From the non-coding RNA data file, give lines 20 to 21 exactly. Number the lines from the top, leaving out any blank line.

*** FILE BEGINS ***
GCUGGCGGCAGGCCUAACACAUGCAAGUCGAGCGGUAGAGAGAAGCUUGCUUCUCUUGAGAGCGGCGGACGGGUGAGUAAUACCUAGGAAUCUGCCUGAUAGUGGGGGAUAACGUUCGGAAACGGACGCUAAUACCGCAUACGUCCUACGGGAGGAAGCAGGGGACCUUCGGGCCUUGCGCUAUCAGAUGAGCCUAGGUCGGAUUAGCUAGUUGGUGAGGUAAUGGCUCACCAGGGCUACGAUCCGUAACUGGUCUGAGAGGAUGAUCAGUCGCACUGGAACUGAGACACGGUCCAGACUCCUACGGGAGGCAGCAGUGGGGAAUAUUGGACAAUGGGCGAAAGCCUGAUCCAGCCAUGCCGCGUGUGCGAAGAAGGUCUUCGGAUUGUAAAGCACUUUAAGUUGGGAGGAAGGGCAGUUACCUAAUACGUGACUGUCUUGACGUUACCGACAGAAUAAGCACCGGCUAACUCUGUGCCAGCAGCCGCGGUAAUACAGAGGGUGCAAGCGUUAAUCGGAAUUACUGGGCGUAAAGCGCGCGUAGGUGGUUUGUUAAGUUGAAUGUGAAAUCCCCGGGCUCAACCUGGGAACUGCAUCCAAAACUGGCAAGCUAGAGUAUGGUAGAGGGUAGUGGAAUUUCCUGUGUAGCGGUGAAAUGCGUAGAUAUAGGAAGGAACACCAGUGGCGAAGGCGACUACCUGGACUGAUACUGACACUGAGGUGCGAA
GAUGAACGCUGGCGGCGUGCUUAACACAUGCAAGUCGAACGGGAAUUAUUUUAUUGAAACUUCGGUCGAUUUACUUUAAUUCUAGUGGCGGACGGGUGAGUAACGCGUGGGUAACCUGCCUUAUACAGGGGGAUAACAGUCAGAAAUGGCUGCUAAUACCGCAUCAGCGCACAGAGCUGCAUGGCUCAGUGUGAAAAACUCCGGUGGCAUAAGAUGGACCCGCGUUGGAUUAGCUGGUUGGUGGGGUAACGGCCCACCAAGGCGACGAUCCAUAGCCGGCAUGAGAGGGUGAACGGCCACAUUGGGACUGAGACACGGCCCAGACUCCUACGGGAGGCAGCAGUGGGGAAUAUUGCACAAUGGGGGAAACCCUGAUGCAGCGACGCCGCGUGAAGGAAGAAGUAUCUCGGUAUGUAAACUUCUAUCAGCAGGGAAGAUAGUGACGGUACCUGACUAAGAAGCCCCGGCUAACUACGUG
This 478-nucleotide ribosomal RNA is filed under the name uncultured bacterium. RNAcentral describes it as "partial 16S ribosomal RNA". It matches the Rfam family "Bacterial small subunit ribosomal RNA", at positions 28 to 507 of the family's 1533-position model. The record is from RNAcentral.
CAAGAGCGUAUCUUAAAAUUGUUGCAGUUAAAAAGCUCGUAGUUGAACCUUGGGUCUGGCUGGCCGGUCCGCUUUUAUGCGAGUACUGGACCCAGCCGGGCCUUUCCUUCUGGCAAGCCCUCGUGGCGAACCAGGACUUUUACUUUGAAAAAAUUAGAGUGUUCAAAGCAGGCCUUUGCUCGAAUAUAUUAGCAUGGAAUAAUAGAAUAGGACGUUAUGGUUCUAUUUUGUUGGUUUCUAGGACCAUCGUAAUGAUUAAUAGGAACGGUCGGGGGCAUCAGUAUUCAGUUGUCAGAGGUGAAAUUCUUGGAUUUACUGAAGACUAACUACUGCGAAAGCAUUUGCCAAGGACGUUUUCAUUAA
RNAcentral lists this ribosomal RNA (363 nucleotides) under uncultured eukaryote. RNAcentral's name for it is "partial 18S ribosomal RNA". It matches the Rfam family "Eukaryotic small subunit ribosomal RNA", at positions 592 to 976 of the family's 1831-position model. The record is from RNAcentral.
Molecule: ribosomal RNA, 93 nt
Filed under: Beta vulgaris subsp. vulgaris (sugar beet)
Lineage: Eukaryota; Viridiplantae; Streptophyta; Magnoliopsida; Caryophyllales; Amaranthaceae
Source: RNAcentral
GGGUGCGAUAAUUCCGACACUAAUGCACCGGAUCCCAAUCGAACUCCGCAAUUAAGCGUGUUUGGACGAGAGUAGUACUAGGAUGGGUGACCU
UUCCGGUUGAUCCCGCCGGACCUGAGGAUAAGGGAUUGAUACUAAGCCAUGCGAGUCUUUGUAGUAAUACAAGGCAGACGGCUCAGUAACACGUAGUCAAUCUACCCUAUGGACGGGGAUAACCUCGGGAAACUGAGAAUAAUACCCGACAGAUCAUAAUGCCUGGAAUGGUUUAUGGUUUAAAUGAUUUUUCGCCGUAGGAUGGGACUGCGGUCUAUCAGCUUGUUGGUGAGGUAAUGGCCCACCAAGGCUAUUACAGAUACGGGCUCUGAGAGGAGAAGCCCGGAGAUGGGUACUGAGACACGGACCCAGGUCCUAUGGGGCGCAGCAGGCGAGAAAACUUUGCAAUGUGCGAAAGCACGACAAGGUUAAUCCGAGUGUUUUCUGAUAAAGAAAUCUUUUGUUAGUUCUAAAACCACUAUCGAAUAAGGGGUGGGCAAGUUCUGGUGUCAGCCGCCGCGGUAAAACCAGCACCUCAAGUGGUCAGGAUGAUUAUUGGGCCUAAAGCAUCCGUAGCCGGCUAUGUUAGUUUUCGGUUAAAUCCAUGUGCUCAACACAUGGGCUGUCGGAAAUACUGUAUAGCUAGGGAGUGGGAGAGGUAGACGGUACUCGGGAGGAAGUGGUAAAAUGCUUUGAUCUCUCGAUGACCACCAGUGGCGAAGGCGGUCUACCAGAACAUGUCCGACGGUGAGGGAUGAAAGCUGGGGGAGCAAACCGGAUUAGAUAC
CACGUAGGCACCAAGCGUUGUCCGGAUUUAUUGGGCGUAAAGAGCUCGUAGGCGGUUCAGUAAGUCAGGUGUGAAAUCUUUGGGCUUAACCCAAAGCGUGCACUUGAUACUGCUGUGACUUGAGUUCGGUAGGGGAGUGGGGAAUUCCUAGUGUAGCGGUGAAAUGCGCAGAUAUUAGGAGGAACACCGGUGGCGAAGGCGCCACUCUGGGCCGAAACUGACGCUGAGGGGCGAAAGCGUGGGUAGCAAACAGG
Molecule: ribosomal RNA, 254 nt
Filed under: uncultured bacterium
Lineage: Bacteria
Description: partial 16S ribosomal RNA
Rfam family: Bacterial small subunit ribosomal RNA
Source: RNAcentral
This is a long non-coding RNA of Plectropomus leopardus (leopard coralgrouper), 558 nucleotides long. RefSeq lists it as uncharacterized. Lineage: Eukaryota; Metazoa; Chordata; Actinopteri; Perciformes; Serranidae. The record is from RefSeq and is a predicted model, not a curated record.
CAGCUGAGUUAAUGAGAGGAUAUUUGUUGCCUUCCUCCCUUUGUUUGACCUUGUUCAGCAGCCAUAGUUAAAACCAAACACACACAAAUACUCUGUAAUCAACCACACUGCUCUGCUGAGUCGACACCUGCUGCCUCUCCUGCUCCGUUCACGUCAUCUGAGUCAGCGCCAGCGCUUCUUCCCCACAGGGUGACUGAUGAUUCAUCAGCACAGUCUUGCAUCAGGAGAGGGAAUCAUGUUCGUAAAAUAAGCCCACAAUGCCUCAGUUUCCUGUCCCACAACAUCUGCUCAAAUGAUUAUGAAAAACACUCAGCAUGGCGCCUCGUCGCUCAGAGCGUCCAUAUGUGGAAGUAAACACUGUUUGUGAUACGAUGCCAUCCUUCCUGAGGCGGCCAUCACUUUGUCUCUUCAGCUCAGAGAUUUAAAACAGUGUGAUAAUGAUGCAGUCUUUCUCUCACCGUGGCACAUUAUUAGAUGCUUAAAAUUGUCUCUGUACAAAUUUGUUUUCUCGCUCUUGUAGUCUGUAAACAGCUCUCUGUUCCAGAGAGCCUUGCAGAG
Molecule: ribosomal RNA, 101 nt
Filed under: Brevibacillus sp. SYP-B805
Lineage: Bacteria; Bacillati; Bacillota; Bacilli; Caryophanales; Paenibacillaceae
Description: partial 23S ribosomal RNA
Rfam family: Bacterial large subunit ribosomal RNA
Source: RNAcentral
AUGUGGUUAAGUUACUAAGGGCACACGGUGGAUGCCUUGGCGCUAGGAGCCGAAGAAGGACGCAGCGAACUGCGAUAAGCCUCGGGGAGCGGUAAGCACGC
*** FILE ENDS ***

CAGCUGAGUUAAUGAGAGGAUAUUUGUUGCCUUCCUCCCUUUGUUUGACCUUGUUCAGCAGCCAUAGUUAAAACCAAACACACACAAAUACUCUGUAAUCAACCACACUGCUCUGCUGAGUCGACACCUGCUGCCUCUCCUGCUCCGUUCACGUCAUCUGAGUCAGCGCCAGCGCUUCUUCCCCACAGGGUGACUGAUGAUUCAUCAGCACAGUCUUGCAUCAGGAGAGGGAAUCAUGUUCGUAAAAUAAGCCCACAAUGCCUCAGUUUCCUGUCCCACAACAUCUGCUCAAAUGAUUAUGAAAAACACUCAGCAUGGCGCCUCGUCGCUCAGAGCGUCCAUAUGUGGAAGUAAACACUGUUUGUGAUACGAUGCCAUCCUUCCUGAGGCGGCCAUCACUUUGUCUCUUCAGCUCAGAGAUUUAAAACAGUGUGAUAAUGAUGCAGUCUUUCUCUCACCGUGGCACAUUAUUAGAUGCUUAAAAUUGUCUCUGUACAAAUUUGUUUUCUCGCUCUUGUAGUCUGUAAACAGCUCUCUGUUCCAGAGAGCCUUGCAGAG
Molecule: ribosomal RNA, 101 nt